Geography Unit 2: Tourism
There are no prerequisites for this unit.
In this unit students investigate the characteristics of tourism, with particular emphasis on where
it has developed, its various forms, how it has changed and continues to change and its impacts on people, places and environments. They select contrasting examples of tourism from within Australia and elsewhere in the world to support their investigations. Tourism involves the movement of people travelling away from and staying outside of their usual environment for more than 24 hours but not more than one consecutive year (United Nations World Tourism Organisation definition). Over one billion tourists a year cross international boundaries with greater numbers involved as domestic tourists within their own countries. The Asia and the Pacific hosts 23% of international arrivals. The scale of tourist movements since the 1950s and its predicted growth has had and continues to have a significant impact on local, regional and national environments, economies and cultures. The travel and tourism industry is directly responsible for one in every twelve jobs globally and generates around 5% of its GDP (UNTWO Annual Reports 2011–2013).
The study of tourism at local, regional and global scales emphasises the interconnection within and between places. For example, the interconnections of climate, landforms and culture help determine the characteristics of a place that can prove attractive to tourists. There is an interconnection between places tourists originate from and their destinations through the development of communication and transport infrastructure, employment, together with cultural preservation and acculturation. The growth of tourism at all scales requires careful management to ensure environmentally sustainable and economically viable tourism.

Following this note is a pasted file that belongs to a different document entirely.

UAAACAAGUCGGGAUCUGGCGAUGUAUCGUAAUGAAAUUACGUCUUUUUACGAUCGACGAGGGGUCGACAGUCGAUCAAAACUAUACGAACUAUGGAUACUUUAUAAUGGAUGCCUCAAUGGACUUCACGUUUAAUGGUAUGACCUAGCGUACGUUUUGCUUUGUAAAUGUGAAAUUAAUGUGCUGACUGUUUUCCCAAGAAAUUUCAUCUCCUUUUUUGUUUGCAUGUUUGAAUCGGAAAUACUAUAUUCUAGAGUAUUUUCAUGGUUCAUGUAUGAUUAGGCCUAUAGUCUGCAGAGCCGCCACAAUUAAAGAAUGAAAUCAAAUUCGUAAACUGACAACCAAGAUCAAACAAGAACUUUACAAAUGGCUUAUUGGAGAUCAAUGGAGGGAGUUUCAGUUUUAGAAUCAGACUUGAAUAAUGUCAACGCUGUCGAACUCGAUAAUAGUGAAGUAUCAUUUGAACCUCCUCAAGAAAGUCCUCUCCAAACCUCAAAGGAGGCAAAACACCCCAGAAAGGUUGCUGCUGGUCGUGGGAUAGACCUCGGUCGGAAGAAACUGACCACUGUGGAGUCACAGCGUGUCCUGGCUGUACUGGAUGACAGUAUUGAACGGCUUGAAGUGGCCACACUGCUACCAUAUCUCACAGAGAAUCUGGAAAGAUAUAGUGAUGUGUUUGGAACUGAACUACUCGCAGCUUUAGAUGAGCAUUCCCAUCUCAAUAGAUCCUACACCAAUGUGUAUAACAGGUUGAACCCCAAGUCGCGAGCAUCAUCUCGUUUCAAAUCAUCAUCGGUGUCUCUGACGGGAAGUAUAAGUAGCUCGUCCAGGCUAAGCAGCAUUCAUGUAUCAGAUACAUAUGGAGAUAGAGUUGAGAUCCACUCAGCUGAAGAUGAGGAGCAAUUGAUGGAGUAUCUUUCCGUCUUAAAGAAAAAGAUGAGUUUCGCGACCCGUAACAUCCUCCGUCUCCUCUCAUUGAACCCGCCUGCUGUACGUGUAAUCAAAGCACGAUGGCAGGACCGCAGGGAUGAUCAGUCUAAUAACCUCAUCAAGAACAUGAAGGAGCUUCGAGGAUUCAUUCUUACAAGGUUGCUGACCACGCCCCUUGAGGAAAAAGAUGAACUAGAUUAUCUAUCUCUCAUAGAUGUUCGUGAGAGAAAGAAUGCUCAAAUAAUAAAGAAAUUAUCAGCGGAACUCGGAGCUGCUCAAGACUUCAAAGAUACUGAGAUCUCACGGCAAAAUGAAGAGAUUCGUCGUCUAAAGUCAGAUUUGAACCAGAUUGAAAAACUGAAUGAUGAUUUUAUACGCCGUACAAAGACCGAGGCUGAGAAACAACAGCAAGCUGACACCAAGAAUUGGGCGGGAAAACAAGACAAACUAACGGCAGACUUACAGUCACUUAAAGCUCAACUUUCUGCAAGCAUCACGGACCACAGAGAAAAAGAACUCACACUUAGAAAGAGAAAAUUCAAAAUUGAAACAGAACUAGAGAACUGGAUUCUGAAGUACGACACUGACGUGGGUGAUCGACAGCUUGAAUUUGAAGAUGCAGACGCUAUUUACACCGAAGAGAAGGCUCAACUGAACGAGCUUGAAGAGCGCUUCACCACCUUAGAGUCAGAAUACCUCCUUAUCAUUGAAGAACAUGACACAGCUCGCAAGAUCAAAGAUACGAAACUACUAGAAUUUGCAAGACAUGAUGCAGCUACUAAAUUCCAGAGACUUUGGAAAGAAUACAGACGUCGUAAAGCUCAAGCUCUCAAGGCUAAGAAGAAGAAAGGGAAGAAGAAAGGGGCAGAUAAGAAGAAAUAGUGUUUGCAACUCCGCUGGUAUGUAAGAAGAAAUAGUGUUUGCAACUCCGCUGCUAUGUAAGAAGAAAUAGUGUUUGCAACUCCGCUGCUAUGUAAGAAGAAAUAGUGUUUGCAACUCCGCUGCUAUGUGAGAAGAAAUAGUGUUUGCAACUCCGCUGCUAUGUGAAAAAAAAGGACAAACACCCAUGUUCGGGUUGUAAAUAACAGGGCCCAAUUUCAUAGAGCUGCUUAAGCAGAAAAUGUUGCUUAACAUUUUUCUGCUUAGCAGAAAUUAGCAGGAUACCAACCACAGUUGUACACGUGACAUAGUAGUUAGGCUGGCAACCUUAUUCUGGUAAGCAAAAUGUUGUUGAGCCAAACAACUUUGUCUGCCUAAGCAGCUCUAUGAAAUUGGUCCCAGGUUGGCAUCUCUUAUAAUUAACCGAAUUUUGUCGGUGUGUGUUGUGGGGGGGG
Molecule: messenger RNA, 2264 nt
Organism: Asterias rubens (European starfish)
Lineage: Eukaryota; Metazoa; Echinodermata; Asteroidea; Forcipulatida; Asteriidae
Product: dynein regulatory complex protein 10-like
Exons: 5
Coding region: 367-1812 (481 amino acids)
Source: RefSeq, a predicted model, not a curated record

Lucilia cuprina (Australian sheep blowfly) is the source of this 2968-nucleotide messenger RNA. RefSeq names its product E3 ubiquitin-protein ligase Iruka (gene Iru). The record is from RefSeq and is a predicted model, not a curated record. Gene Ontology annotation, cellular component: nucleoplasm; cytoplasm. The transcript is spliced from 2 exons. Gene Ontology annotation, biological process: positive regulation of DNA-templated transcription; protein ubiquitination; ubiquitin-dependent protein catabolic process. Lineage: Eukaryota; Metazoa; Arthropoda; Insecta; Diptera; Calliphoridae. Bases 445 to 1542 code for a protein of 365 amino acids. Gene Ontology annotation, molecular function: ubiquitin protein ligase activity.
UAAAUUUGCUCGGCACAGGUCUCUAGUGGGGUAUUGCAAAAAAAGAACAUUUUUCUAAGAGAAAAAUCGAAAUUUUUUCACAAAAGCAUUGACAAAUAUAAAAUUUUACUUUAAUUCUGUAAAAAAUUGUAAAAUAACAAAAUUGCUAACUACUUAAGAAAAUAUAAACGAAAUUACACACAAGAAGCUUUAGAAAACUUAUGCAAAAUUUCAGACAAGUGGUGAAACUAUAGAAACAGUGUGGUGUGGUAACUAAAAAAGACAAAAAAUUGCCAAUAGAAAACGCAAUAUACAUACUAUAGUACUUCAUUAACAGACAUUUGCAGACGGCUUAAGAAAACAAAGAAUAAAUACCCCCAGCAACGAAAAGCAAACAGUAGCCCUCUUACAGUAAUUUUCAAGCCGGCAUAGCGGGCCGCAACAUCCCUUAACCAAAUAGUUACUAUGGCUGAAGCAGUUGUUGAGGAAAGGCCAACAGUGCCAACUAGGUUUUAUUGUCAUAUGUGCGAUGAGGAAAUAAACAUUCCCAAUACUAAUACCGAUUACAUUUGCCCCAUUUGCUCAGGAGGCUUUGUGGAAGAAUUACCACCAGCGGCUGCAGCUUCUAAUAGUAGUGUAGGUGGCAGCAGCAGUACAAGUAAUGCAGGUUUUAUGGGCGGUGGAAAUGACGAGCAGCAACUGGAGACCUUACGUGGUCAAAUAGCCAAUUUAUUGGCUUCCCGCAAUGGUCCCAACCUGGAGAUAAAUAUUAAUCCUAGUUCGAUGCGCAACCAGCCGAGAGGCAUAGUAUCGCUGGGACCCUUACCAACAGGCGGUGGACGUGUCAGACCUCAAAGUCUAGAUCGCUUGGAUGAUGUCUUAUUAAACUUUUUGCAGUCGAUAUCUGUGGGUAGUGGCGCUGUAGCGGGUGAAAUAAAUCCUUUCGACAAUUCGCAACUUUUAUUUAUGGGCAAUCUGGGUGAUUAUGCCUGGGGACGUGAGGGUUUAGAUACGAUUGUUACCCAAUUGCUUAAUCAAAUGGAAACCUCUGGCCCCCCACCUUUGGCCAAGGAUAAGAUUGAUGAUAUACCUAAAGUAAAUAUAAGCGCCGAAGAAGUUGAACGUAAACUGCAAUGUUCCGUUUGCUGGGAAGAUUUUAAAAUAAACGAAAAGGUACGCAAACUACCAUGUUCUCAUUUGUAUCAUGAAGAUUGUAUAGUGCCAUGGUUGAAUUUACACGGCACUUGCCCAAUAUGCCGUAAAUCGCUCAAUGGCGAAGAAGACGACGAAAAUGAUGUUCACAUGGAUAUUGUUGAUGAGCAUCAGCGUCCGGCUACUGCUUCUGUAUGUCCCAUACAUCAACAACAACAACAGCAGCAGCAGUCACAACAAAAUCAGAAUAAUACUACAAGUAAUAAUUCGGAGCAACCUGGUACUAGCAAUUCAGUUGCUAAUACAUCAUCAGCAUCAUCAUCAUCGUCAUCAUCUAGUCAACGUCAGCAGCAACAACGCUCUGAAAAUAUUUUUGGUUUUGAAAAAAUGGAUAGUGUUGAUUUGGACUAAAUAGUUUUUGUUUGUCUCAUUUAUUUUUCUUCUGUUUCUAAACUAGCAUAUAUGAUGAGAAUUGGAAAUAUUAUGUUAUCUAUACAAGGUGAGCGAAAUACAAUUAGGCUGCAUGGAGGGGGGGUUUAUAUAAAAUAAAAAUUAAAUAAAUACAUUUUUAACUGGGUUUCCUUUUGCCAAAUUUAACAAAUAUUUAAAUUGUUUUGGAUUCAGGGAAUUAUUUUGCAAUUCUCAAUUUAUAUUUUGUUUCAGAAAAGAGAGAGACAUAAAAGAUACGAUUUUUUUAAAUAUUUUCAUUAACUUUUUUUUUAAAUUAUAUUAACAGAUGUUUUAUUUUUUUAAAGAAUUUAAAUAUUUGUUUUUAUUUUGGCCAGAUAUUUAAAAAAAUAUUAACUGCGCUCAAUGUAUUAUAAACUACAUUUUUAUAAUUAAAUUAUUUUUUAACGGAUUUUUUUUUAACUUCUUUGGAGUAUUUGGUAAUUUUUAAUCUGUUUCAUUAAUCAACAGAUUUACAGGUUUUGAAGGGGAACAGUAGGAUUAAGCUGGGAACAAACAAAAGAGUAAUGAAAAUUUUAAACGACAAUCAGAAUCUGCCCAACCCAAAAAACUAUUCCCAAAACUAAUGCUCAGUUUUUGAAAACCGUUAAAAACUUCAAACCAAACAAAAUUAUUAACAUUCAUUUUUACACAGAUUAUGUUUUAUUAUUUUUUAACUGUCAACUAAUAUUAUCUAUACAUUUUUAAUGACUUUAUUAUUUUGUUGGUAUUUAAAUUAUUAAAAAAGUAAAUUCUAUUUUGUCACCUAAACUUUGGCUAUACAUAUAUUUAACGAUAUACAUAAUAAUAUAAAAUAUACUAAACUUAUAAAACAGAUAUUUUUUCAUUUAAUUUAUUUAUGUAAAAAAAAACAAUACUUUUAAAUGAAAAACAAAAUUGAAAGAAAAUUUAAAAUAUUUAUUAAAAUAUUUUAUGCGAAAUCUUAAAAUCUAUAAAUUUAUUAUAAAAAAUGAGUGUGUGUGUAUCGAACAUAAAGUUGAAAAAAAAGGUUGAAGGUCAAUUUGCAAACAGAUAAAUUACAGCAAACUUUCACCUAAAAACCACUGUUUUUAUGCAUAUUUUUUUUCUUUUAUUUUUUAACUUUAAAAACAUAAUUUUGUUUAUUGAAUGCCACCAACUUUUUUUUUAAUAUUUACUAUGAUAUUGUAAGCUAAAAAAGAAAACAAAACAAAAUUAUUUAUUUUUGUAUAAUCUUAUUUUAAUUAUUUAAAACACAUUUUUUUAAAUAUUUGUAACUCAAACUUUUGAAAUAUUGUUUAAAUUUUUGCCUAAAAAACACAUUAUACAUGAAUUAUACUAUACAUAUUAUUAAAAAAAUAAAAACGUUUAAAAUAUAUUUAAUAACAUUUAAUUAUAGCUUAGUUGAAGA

Areas of Study
Characteristics of Tourism
In this area of study students examine the characteristics of tourism, the location and distribution of different types of tourism and tourist destinations and the factors affecting different types of tourism. Students support this investigation with contrasting examples from within Australia and elsewhere in the world. They investigate in detail at least one tourism location using appropriate fieldwork techniques, and one other location elsewhere in the world. The selection of examples should allow students to work with a range of information sources, for example, statistical data, digital images, streamed video and a variety of maps at various scales, as well as undertake fieldwork.
Impact of Tourism
In this area of study students explore the environmental, economic and socio-cultural impacts of different types of tourism. They investigate at least one tourism location, using appropriate fieldwork techniques, and another elsewhere in the world. Students evaluate the effectiveness of measures taken to enhance the positive impacts and/or to minimise the negative impacts at these locations. This fieldwork site could be the same location used for Area of Study 1. They investigate the interconnection of the two selected locations with their surrounding region and national context.
|Determine the characteristics of domestic and international tourism and establish the changing characteristics of tourism over time.
Structured questions, a case study and a report.
|Establish the environmental and economic impacts of tourism at a range of locations and spatial and temporal scales. Determine the socio-cultural impacts of tourism at origin and destination and evaluate the range of management strategies responding to environmental, economic and socio-cultural impacts, and the consequences of these responses.
Fieldwork report and folio of exercises.
Overall Final Assessment
End of Semester Examination – 1.5 hours.
Information can be obtained from the Victorian Curriculum and Assessment Authority, Victoria, Australia: www.vcaa.vic.edu.au